Chief Judge’s Report – Daniel Riding
It is never a difficult task to explain why you love or loathe a certain piece of poetry, for some, it may be the emotional tone that evokes long lost memories, or it may be the intelligent use of form and structure that alerts me to the talent behind a poem’s creation. However, when greeted with numerous poems that exhibit such a level of intelligence and passion, that the task of choosing winners proves somewhat difficult. Given the difficulty of said task, I am thrilled to say that it was a complete joy to see so many people still writing and enjoying the art of poetry.
1st Place – Mistaken Identity – by Hannah Stephenson
First place goes to the wonderfully constructed, and charmingly visual ‘Mistaken Identity’. It quite simply made my heart sing, with its delightful childlike quality and the use of a normally overlooked piece of nature to effectively get across its message.
2nd Place – Finally – by Laurence Hughes
Second place goes to a poem that enabled me to see the beauty of beginnings hidden in endings. Finally is a piece of poetry that is small in stature but big in presence. Each sentence, each word, and each syllable is used carefully and with thought. Not a single moment is wasted in this small but poignant piece.
3rd Place – The Space Between – by D.C.Tunstall
This poem had a smoothness about it that drove home hard this idea of love, it’s limitations and its limitless power to change everything. Be it familial, plutonic or even passionate, love is explored cleverly and with heart in this lovely piece of writing.
Humour Prize – No, don’t tell me – by Dan Hicks
I would like to tell you what I enjoy about this poem, but I may have forgotten! In all seriousness, this poem made me chuckle with its razor-sharp observations about memory loss. Something that all of us can admit to dealing with every now and again. It had a nice rhythm which kept the pace of the poem ticking along nicely and only added to its very funny take on a sometimes serious subject matter. Cleverly done.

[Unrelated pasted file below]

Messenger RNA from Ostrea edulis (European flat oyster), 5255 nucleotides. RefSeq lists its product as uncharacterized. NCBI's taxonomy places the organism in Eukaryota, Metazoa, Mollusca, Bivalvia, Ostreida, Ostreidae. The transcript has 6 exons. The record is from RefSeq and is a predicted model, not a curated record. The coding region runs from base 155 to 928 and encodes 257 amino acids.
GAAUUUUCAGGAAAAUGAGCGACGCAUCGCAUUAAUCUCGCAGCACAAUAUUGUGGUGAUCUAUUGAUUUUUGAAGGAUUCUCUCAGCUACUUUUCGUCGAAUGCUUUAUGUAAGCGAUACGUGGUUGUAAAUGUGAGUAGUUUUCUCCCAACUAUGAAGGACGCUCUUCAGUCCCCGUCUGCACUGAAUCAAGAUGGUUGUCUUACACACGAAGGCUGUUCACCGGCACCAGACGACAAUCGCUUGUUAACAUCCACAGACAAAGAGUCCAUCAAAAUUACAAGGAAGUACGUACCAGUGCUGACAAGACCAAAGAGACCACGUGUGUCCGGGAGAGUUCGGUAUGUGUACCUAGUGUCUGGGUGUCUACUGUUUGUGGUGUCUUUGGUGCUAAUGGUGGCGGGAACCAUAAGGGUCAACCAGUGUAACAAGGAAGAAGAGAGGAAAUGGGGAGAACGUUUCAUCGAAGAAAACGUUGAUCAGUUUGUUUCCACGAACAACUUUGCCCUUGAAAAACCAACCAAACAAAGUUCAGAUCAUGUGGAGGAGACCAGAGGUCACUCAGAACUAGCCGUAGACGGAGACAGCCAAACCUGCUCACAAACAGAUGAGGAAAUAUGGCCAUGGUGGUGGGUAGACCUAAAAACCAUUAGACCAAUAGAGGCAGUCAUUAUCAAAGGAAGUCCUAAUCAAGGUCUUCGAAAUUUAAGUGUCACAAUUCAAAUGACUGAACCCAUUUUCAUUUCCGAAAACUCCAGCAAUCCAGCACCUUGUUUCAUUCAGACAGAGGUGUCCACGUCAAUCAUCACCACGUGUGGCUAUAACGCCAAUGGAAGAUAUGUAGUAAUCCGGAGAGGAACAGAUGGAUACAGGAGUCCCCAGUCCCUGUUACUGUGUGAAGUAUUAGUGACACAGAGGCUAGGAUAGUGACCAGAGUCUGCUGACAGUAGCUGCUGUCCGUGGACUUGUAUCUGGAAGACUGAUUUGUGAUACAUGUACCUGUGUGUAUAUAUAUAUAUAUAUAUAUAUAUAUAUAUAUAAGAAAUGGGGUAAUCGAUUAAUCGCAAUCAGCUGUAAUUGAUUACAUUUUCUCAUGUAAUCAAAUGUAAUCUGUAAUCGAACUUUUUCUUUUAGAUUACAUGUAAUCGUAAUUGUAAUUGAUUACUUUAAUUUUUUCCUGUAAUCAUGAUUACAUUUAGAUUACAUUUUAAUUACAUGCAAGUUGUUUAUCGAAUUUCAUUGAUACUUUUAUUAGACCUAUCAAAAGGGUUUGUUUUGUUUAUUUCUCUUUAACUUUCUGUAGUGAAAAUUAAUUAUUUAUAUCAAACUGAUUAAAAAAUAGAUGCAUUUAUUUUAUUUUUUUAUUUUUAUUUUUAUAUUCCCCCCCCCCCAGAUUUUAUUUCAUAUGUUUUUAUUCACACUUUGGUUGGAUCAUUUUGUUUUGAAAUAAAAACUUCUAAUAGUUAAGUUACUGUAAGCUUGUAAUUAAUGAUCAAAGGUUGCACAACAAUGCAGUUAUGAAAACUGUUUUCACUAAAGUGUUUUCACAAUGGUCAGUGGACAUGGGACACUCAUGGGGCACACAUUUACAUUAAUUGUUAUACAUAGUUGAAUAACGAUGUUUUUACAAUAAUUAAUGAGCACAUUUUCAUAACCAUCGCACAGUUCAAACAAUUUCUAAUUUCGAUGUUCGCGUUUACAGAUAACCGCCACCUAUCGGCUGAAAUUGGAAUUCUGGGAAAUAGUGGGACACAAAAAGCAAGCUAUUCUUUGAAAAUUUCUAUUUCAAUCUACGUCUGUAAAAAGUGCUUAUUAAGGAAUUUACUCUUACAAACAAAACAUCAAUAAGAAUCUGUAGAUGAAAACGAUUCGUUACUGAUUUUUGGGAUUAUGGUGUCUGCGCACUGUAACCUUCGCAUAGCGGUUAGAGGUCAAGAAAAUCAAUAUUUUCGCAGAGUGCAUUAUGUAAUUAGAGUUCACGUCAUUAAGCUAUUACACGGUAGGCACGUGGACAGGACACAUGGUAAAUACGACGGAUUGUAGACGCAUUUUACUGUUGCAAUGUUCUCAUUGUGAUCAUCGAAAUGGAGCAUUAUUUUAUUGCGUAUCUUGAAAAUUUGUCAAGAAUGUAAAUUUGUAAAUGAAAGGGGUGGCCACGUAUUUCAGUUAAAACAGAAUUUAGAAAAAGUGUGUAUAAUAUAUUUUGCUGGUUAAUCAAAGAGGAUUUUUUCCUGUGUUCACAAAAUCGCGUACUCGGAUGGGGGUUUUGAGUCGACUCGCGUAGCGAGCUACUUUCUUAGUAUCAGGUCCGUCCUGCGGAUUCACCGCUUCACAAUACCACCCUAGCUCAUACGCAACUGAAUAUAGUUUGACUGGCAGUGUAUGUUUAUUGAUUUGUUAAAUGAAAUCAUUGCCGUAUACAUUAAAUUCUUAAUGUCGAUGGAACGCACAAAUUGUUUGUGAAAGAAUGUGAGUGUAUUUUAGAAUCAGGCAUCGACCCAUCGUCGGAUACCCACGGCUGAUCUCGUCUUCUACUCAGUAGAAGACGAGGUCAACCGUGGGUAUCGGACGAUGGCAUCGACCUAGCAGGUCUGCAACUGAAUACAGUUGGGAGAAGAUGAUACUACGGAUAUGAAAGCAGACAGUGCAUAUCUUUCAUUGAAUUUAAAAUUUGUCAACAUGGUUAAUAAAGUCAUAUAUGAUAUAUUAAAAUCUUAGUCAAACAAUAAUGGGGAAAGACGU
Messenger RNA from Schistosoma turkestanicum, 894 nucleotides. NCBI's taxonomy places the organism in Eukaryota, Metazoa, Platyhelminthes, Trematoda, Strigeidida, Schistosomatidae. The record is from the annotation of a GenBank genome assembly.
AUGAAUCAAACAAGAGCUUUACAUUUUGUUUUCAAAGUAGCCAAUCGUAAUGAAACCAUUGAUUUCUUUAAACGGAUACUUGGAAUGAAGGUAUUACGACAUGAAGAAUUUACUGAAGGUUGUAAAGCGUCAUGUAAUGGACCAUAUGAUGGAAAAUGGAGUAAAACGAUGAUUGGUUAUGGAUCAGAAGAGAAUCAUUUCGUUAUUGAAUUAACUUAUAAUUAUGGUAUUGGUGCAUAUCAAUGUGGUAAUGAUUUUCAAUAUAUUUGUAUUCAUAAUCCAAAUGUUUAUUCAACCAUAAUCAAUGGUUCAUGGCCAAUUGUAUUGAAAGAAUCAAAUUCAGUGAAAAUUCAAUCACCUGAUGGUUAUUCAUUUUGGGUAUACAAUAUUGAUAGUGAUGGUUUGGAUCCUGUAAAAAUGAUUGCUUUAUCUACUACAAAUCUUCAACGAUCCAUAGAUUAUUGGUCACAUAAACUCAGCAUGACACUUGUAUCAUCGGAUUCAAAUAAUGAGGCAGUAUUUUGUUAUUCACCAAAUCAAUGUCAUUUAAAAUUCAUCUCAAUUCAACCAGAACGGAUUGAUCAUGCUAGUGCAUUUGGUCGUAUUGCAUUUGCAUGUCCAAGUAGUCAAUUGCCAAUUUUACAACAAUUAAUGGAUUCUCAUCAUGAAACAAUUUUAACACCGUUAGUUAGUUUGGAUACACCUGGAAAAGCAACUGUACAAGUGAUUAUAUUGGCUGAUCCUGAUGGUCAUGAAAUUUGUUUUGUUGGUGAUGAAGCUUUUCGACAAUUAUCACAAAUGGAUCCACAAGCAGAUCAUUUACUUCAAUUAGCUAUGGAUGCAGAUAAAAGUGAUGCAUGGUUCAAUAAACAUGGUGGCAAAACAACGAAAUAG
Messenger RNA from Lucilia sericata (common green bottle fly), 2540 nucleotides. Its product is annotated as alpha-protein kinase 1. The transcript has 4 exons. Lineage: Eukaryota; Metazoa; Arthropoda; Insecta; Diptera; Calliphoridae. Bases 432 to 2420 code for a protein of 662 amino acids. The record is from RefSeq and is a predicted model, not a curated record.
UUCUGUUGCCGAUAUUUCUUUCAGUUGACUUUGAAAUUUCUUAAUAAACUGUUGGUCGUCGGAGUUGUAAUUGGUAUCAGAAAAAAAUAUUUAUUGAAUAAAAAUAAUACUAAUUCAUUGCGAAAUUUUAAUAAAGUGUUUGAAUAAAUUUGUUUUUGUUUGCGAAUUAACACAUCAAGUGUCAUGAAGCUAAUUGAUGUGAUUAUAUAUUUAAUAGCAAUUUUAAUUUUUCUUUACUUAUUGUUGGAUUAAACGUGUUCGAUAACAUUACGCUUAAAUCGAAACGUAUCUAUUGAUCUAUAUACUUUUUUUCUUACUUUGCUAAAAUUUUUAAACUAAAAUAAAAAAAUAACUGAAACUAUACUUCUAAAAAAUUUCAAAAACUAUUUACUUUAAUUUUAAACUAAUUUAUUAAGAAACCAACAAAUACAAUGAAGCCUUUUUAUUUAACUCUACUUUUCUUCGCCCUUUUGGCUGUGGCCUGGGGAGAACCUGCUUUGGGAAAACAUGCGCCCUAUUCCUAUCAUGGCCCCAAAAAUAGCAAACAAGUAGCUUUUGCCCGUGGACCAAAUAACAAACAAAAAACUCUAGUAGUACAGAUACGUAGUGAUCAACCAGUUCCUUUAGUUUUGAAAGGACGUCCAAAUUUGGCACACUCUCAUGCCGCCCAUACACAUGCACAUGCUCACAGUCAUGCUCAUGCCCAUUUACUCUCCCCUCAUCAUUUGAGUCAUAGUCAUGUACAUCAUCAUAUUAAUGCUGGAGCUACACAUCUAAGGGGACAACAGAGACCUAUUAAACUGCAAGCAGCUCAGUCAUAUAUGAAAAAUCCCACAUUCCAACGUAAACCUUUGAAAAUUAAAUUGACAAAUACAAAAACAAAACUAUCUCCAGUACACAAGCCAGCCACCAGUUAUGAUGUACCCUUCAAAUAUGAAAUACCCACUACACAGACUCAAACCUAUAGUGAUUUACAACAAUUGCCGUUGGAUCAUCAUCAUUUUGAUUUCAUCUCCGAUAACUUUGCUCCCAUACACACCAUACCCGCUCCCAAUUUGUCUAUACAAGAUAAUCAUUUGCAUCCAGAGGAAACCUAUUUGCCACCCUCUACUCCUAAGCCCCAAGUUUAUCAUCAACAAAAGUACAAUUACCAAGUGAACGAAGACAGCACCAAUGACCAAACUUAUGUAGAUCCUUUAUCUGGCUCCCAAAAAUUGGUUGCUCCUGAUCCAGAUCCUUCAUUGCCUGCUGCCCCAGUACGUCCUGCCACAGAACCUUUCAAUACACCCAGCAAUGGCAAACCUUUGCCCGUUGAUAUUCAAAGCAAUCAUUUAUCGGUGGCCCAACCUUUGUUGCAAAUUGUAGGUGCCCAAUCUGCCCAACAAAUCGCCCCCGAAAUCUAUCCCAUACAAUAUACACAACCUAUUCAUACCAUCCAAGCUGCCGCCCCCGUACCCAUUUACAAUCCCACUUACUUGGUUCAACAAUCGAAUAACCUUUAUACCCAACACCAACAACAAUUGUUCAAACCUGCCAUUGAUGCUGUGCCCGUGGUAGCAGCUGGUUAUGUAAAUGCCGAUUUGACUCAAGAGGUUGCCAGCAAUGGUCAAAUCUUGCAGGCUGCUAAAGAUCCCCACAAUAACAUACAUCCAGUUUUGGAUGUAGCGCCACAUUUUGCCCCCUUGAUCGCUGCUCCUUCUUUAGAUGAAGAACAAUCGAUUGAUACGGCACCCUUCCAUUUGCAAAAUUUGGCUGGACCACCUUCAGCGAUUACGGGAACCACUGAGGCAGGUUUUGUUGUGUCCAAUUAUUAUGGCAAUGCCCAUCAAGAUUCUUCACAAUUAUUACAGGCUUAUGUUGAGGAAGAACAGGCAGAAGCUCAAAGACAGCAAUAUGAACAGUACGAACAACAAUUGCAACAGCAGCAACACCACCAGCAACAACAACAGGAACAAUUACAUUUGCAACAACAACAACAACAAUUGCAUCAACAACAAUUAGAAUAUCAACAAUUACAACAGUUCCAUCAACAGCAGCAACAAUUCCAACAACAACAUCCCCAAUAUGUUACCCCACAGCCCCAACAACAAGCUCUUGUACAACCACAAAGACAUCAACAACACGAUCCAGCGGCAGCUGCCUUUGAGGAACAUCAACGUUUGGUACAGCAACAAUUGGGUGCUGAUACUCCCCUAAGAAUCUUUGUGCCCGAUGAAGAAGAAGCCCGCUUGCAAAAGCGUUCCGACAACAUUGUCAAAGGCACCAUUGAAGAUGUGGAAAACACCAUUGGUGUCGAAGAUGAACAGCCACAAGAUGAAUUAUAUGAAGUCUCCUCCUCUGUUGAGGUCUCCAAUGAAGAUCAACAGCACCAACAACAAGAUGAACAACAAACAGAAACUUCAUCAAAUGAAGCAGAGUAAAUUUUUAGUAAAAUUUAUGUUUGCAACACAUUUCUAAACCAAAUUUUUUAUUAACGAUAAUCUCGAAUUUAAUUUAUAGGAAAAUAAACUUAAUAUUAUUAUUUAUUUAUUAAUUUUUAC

Highly Commended – Fingers for Eyes – by John Morris
Grenfell Tower: The Day After – by Jacqueline Pemberton
Still Water – by Michael Hobbs
Journey – by Helen Jeffery
In association with Southport Festival, we are proud to host one of our famous writing workshops, in the Theatre Bar in the Atkinson on Lord Street.
Open to anyone of any age, ability level or general disposition towards writing, all you need is yourself and a willingness to have your imagination sparked in a series of activities designed to coax words even from the most novice writer. This year will include new prompts such as Dictionary Corner, Amazing Tales! and Roll Up Poem, as well as old favourites like Reverse Story and Consequences. You can drop in an out as you please, but you are guaranteed to come away buzzing with your next scribbling idea!
As above, our PayPal is working again, so get those online entries in! Because of the delay in getting it sorted, we have decided to let digital entries have a late entry up to the 7th May.
We look forwards to your poems. Happy writing!
We are aware of the current issue with our PayPal account and payments. We are trying to sort it out as quickly as possible, however in the meantime if you wish to pay for the Poetry 2019 contest, or send us a donation, you are welcome to send a cheque to the address on the comp page.
Thank you for your patience!
Chief Judge: Daniel Riding
Daniel Riding is a published poet, children’s author and artist, currently living in Liverpool with his husband and two very demanding cats, Raja and Oliver. Daniel has always loved playing with words and telling magical and fun stories, so it is no surprise that he ended up as a poet and writer. When not writing and drinking copious amounts of tea, Daniel is also a bookseller which, after writing, is one of the best jobs in the world.
RULES: Please read carefully
Envelopes should be sent to:-
Southport Writers’ Circle Poetry Competition
60 Dinorwic Rd,
Please DO NOT send entries by recorded delivery or send any other material such as return/receipt postcards as this will be disregarded.
Online entries CLICK HERE